TWA Rocket to the Moon Lunar Flight Certificate (1956)

This “Lunar Flight Certificate,” was given out to guests visiting Disneyland’s Rocket to the Moon attraction in the park’s early years.

Though this example from 1956 is unused, a guest had the opportunity to add his/her name and date to the blanks that bookend the text, which speaks of the simulated journey led by TWA rocket-pilot Captain Collins upon which guests could embark…from Tomorrowland to the moon and back again.

Know All Ye By These Presents:

 

            that _______________________________________

 

     has rocketed round trip to the moon from the Disneyland Spaceport via TWA Rocket Ship and is hereby awarded this Lunar Flight Certificate.

 

The distance to the moon, 238,857 miles, is exceeded daily by TWA on its regular Earth flights across the U.S.A., Europe, Africa & Asia.

 

Disneyland, California

 

Date _____________________                                    TWA Rocket Ship Captain: P.J. Collins

TWA’s Rocket to the Moon was an opening-day Disneyland attraction that consisted of a circular room, doubling as the interior of a Moonliner Rocket. In the center of the floor sat a large, round projection screen, with another directly above on the ceiling. Upon blast-off, guests seated in one of three tiered rows were able to watch their flight unfold, looking down to view the quickly-vanishing earth below, or up towards their lunar destination. After orbiting the moon, and learning some fun facts about space in the process, all aboard returned safely to Disneyland. Rocket to the Moon, in its original state lasted until 1961, before sponsorship switched over and the attraction was re-named. Several incarnations of the ride would exist over the years, until it closed indefinitely in 1992.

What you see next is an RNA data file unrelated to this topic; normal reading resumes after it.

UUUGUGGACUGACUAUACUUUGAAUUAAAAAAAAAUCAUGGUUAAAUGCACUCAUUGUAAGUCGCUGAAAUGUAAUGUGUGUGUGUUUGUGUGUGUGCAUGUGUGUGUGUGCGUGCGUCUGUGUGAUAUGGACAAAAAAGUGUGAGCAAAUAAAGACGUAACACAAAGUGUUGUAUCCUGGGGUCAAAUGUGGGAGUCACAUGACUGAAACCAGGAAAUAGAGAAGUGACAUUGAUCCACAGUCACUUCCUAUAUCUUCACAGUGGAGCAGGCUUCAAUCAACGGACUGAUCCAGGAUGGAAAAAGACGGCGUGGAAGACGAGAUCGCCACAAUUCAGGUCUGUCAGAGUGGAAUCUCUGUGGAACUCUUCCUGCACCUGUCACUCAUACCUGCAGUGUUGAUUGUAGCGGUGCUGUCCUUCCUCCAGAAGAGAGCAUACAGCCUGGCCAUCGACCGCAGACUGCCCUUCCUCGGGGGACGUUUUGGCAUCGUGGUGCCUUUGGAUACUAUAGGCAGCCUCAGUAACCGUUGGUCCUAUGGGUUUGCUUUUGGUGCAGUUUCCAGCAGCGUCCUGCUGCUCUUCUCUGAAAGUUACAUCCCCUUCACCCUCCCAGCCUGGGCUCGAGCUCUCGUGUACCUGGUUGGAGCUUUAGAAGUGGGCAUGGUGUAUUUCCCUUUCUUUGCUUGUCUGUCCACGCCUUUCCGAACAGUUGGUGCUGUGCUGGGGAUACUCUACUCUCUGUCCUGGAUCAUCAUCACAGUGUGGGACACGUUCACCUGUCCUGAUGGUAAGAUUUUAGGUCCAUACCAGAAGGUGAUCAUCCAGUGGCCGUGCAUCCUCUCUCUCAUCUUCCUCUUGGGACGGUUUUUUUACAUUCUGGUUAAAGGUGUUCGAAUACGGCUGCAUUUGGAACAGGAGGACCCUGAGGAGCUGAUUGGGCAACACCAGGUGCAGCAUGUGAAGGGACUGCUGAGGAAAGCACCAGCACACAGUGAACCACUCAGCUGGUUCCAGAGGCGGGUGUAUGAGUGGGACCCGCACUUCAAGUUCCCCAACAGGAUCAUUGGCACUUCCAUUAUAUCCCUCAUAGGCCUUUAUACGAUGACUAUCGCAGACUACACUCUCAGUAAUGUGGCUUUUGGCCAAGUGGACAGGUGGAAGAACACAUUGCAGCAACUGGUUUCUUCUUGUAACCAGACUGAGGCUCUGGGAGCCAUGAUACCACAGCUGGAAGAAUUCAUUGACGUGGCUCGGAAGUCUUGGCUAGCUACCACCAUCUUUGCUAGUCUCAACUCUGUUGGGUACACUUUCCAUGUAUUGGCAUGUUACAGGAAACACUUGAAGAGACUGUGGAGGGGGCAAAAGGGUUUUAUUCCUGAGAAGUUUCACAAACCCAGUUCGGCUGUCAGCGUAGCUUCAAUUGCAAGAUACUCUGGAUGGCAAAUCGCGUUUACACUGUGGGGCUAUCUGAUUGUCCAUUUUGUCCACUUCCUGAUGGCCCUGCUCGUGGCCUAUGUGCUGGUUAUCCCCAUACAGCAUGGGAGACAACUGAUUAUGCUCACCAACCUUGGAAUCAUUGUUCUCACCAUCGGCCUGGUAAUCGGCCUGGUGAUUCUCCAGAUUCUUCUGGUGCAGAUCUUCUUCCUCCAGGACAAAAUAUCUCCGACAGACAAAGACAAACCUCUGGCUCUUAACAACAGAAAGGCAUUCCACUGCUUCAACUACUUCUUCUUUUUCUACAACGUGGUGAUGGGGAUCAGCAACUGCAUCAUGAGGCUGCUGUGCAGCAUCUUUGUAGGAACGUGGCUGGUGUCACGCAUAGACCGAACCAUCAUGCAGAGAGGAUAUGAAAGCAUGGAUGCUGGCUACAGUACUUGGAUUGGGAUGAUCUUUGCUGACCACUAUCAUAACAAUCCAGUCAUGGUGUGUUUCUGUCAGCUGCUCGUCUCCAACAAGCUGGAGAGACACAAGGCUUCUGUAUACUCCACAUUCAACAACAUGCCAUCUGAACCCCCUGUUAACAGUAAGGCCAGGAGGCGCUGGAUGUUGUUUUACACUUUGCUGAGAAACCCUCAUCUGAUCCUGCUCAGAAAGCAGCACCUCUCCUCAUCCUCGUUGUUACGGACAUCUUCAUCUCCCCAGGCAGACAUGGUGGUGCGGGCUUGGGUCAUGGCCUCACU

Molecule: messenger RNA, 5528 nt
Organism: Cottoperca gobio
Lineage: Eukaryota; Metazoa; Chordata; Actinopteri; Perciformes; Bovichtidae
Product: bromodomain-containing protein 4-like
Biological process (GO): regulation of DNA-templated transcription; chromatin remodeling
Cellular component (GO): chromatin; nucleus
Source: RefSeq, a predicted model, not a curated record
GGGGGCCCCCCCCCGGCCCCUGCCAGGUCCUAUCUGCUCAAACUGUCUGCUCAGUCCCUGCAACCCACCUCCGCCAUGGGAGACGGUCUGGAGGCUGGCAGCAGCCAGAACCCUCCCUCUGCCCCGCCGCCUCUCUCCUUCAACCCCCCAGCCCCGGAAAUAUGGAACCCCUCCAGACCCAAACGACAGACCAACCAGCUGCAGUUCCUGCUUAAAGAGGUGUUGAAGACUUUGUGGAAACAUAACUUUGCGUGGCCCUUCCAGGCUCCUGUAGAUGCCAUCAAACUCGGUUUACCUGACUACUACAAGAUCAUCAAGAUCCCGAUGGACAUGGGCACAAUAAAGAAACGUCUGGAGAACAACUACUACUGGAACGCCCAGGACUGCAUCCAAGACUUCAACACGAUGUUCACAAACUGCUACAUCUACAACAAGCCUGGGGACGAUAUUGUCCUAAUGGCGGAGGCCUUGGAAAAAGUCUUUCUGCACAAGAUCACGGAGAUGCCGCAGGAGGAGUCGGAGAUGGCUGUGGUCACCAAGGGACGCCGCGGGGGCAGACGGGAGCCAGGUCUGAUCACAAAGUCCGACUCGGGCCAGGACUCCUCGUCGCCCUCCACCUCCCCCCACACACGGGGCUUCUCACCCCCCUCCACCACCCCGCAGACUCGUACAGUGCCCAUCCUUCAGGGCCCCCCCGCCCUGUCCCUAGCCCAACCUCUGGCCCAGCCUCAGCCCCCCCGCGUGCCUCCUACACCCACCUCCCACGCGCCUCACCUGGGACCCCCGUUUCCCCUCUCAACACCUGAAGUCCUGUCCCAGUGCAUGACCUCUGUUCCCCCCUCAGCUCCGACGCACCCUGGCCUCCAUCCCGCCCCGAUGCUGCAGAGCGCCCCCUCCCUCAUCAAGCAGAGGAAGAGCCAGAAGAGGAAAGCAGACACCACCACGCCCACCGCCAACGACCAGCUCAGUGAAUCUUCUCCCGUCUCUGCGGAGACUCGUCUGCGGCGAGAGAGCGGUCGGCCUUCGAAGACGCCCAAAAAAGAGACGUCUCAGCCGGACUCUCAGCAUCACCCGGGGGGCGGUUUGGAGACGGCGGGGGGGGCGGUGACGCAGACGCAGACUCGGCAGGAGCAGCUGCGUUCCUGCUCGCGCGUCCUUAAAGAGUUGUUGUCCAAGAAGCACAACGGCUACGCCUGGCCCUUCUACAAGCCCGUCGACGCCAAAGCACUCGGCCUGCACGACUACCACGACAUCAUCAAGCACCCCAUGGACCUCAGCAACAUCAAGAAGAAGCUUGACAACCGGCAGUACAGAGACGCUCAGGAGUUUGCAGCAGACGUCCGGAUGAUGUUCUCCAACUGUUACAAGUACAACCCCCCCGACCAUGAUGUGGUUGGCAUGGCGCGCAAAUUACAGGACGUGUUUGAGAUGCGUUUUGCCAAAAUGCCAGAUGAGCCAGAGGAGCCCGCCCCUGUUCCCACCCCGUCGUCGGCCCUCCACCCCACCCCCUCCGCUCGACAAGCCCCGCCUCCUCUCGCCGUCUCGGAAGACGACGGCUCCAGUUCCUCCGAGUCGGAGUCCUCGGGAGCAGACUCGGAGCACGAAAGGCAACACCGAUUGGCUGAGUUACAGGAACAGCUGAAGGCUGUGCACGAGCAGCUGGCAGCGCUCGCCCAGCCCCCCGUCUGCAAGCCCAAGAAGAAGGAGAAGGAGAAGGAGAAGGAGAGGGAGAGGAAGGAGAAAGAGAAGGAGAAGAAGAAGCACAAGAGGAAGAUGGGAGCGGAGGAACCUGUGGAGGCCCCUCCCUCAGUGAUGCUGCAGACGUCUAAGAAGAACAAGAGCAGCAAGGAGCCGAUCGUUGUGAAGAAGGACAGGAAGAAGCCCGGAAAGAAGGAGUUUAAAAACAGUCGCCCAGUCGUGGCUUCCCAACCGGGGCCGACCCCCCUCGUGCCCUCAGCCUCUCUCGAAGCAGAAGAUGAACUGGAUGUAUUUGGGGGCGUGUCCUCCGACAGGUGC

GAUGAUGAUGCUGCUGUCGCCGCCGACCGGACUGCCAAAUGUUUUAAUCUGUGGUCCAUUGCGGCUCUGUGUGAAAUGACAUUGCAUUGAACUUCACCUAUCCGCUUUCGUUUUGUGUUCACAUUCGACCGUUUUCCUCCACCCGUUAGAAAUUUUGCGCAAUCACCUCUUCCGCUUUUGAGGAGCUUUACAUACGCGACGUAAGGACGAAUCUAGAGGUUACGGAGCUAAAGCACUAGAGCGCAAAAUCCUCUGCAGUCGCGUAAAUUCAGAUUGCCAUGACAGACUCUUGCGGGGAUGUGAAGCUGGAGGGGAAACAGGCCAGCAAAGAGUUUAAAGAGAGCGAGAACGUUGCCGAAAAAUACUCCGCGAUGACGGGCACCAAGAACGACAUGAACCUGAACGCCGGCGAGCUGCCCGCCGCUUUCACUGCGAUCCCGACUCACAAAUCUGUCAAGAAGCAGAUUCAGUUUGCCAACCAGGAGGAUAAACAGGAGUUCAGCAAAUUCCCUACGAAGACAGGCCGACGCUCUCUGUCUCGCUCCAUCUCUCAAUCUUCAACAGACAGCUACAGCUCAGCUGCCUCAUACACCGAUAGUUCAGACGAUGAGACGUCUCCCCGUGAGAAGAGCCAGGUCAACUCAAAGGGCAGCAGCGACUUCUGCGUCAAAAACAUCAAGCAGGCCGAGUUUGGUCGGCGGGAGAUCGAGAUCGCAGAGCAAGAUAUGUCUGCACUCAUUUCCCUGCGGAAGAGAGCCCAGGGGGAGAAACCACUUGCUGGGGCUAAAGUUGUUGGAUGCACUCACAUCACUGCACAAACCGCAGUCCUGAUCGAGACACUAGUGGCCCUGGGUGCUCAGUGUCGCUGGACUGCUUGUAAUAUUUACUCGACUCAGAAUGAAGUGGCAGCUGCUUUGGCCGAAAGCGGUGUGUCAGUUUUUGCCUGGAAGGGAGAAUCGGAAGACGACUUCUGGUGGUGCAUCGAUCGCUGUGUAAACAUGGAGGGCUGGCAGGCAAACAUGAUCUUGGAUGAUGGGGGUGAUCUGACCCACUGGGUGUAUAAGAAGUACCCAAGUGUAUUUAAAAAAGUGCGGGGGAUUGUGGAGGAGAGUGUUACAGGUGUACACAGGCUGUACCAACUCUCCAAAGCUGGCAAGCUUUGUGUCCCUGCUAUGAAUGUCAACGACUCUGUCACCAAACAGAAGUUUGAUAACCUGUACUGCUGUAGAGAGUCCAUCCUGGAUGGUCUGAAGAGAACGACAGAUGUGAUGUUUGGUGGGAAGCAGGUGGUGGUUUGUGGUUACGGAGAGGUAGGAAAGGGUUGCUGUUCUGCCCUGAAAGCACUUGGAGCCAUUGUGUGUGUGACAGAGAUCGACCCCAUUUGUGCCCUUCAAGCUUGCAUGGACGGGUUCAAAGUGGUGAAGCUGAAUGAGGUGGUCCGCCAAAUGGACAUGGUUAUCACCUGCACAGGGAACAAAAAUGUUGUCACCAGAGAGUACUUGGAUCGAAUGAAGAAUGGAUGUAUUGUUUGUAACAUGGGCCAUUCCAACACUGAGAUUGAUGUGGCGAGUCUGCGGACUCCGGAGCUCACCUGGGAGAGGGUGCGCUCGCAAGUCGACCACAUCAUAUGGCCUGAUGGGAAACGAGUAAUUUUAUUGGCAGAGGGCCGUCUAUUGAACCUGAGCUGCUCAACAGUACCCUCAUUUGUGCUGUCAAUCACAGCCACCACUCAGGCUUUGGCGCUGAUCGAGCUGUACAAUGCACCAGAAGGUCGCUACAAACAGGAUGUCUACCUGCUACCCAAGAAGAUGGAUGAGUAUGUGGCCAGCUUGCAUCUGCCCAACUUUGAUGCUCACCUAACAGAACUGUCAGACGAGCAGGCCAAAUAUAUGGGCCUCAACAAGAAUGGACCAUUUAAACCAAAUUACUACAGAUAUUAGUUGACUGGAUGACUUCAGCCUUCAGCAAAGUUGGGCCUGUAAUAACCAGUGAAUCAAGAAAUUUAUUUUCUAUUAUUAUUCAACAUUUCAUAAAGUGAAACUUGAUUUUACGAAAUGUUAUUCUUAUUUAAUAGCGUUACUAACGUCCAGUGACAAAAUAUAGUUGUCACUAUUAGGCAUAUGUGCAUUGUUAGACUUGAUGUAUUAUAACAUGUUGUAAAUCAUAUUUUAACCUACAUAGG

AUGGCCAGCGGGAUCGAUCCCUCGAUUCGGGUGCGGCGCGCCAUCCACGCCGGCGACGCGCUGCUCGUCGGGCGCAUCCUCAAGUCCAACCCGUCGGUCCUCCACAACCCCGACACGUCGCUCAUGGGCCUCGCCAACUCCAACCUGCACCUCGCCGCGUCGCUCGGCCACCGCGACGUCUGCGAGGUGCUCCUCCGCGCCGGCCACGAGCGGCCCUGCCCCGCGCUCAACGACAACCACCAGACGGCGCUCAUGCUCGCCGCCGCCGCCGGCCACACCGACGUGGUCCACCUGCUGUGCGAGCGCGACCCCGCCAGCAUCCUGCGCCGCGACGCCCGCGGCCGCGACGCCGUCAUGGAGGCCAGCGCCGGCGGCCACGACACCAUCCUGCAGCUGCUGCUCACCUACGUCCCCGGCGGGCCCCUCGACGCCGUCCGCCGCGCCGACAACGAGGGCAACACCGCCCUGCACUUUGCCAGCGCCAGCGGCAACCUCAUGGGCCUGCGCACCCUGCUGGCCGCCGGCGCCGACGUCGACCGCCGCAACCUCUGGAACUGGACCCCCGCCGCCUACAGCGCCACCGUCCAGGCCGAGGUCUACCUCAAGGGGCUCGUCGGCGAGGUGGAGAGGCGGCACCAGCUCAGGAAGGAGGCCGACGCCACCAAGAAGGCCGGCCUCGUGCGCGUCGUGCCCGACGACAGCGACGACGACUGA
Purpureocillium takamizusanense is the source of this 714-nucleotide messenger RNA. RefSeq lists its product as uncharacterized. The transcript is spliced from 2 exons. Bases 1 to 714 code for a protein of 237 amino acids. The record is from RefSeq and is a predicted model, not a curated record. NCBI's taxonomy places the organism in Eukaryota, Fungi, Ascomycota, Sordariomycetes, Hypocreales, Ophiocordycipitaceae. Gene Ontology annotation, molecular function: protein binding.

This Disneyland souvenir from the first full-year of the park’s operation is a nod to the classic, opening-day attraction, whose Moonliner marquee came to represent not only Rocket to the Moon but the whole of Tomorrowland in virtually all photographs and renderings of the area in the park’s first decade.

VALUE: $20

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